THE BIBLE OF WILLIAM KETYLL
Bible, with prologues, in Latin [England, 13th century (second quarter or middle)]
c.220x155mm, vellum, iv+377+vi leaves, prickings and quire signatures and/or catchwords often survive (suggesting that the outer and lower margins have not been significantly cropped), written above top line in 2 columns of 45–59 lines by several scribes, the written space c.160x100mm, with changes at ff.75, 149, 155, 203, 244, 316v, 388, plain red initials; the parchment generally of mediocre quality, with numerous natural flaws, Exodus 38:2–Leviticus 21:21 missing after f.28; part of the prologue to I Chronicles, and I Chronicles 1–10:3 missing after f.99; ending imperfectly at Revelation 22:1; 19th-century binding of pale brown leather over wooden boards with remains of 18th-century spine laid on, two metal clasps
(1) Annotated in the margins and on the flyleaves by several 13th-, 14th-, and 15th-century readers. (2) WILLIAM KETYLL (d.1485): pledged by him from 1452 until at least 1458 in the Chichester Chest at Oxford. (3) Inscribed with late 15th- and 16th-century names, ‘Robertus Lynford’ and ‘William Norriche’ (f.264r). (4) John Buddle, by descent to his great-great nephew: (5) Frank Buddle Atkinson (1866–1953), of Godalming, with his bookplate, sold by him in our rooms, 29 November 1949, lot 1, bought by Walford for £110, for the church of St Mary at the Walls, Colchester, where William Ketyll was rector from 1468 to 1476. In 1978 the parish was combined with Christ Church, Colchester, the present owner, and St Mary’s was made redundant; proceeds from the sale of the Bible will be used for the purposes of mission and ministry in the parish and in particular for the encouragement of biblical literacy and knowledge.
This volume displays evidence of a very unusual production process; it would repay detailed study. Although not a ‘professional’ book in outward appearance, it must have been written somewhere where the work could be divided between several scribes, and they have left some clues to the unusual way in which they collaborated. For example, Psalms starts on a new quire, of 8 leaves, at the end of which is a note referring to ‘ex viii foliis … usque ad salvum me’ (f.148v); this is followed by a quire of six leaves, by a different scribe, with part of the last verso left blank; and then a third scribe writes the next quire, which starts at Psalms 68, whose incipit is ‘Salvum me …’ (f.155r).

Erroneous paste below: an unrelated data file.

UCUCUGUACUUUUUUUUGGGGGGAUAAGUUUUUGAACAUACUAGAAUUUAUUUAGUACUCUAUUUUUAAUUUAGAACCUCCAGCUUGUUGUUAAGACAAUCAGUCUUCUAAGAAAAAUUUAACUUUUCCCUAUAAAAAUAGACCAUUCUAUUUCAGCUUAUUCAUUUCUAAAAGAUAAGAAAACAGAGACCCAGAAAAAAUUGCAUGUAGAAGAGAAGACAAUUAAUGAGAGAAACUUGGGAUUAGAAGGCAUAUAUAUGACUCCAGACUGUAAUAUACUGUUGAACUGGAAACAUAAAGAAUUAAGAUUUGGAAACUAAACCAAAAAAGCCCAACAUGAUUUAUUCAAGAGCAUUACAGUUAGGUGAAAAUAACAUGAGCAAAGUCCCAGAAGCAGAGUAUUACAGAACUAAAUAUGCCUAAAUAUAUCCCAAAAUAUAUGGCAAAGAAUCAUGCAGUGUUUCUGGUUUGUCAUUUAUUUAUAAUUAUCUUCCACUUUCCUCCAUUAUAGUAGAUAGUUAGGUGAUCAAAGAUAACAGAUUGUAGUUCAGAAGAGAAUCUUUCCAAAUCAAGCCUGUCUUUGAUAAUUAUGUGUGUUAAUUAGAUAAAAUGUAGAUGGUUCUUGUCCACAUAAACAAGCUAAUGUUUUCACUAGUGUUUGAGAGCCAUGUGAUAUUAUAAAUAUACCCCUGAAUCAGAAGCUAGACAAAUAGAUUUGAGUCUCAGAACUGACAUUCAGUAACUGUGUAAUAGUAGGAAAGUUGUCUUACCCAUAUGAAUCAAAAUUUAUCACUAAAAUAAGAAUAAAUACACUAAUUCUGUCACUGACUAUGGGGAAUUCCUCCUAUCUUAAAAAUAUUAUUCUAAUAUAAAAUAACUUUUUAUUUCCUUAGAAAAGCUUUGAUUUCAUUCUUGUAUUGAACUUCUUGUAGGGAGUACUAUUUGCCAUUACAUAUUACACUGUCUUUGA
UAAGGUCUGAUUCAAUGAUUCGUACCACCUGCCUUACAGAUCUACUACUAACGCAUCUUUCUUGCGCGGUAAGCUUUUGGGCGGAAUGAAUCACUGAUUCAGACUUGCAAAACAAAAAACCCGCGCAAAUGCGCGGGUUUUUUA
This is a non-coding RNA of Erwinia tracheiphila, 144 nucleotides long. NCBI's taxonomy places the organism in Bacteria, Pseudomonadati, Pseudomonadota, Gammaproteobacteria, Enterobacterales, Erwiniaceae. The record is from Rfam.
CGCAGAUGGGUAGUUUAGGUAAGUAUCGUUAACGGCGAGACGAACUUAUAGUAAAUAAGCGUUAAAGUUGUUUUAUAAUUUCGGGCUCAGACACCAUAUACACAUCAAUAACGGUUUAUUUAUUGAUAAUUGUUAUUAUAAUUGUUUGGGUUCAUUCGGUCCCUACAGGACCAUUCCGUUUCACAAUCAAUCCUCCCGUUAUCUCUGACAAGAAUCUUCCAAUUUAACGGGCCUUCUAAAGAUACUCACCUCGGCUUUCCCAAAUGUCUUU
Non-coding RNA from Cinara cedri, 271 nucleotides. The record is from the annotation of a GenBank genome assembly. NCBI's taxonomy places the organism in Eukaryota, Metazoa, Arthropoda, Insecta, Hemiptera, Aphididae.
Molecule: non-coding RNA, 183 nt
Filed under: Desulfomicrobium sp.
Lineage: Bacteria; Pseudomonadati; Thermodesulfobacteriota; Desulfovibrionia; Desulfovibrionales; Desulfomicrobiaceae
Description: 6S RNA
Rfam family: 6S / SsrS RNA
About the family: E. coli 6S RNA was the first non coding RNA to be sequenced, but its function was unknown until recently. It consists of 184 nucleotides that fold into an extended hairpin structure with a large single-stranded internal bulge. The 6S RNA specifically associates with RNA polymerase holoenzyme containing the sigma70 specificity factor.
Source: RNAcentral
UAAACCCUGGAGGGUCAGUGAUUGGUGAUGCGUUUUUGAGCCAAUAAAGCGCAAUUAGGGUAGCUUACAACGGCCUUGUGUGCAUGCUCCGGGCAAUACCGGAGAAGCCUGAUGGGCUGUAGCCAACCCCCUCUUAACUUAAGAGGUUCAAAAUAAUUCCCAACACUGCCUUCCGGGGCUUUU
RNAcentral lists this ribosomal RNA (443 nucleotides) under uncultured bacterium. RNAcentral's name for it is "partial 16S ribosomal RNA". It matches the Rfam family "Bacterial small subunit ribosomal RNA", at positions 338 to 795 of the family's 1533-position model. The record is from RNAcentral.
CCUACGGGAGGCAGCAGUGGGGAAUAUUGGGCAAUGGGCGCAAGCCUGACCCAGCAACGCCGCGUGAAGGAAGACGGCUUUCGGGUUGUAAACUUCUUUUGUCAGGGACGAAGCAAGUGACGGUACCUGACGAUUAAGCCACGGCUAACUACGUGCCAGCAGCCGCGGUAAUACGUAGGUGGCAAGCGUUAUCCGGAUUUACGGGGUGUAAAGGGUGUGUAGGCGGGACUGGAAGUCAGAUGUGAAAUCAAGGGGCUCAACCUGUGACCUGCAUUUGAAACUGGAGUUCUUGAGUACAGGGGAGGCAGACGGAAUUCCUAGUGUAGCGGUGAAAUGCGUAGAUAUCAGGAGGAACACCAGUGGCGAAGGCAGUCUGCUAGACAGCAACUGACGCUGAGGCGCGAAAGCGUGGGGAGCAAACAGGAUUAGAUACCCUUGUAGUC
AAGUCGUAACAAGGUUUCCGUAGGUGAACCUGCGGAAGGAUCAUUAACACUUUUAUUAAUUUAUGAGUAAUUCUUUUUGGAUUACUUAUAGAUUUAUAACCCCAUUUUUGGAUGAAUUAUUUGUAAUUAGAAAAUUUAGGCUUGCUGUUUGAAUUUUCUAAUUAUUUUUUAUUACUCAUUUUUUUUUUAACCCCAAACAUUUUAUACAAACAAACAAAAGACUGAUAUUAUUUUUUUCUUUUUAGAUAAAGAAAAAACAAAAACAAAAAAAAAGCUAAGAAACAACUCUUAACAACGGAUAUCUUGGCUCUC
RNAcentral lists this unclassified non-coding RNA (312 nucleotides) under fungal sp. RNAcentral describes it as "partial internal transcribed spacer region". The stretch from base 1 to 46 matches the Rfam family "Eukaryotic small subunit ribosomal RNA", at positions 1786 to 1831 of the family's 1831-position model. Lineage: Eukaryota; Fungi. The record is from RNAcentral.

There is also considerable evidence for the way in which the text was studied: the margins abound in varying systems of numbering, in roman and medieval arabic numerals, as well as notes, maniculae, and cross-references.
The books are in a very eccentric order: they are in the standard ‘Paris’ sequence as far as Nehemiah, but followed by I–II Maccabees, Esther, Tobit, Judith, Psalms (in Gallican and Hebraicum parallel versions, followed by Psalm 151); the six ferial canticles in two parallel versions; Isaiah, Lamentations, Baruch 1–5, Jeremiah; Lamentations and Baruch 1–5 repeated; Daniel, the Minor Prophets, Job, Proverbs, Ecclesiastes, Song of Songs, Wisdom, Ecclesiasticus, Baruch 6, Esther 10:4–13 and 11–16; the Gospels, with Mark repeated after Luke; the Catholic Epistles, Acts, Pauline Epistles, and Apocalypse. The medieval flyleaves have various notes.
Medieval Oxford and Cambridge had a system for providing interest-free loans to members of the university: an endowment would be provided to pay for a lockable chest and a sum of cash, which could be borrowed in exchange for collateral such as a manuscript or silverware, locked in the chest until it was redeemed by the repayment of the loan. A flyleaf of this Bible is inscribed with a valuation of 20 shillings and the monogram of the stationer of Oxford University, John Dolle (f.376v), below which there is a pledge (‘caucio’) note recording that in 1452 William Ketyll deposited the Bible in exchange for a loan of 14s.; this is followed by six more similar notes recording repayments of the loan in installments of about 1s. 8d. each. Such notes are rare. Most of those that survive record a single loan, and were thoroughly erased or effaced on redemption: it is extraordinarily rare (unique?) to find a series of seven such notes, none erased, all still legible.
For more detailed descriptions, see N.R. Ker, Medieval Manuscripts in British Libraries, II, 1977, pp.409–10, and Sothebys.com.
Condition is described in the main body of the cataloguing, where appropriate.
We are pleased to provide you with a general report of the condition of the property described above. Since we are not professional conservators or restorers, we urge you to consult with a restorer or conservator of your choice who will be better able to provide a detailed, professional report. Prospective buyers should inspect each lot to satisfy themselves as to condition and must understand that any statement made by Sotheby's is merely a subjective, qualified opinion. Prospective buyers should also refer to any Important Notices regarding this sale, which are printed in the Sale Catalogue.
NOTWITHSTANDING THIS REPORT OR ANY DISCUSSIONS CONCERNING A LOT, ALL LOTS ARE OFFERED AND SOLD AS IS" IN ACCORDANCE WITH THE CONDITIONS OF BUSINESS PRINTED IN THE SALE CATALOGUE.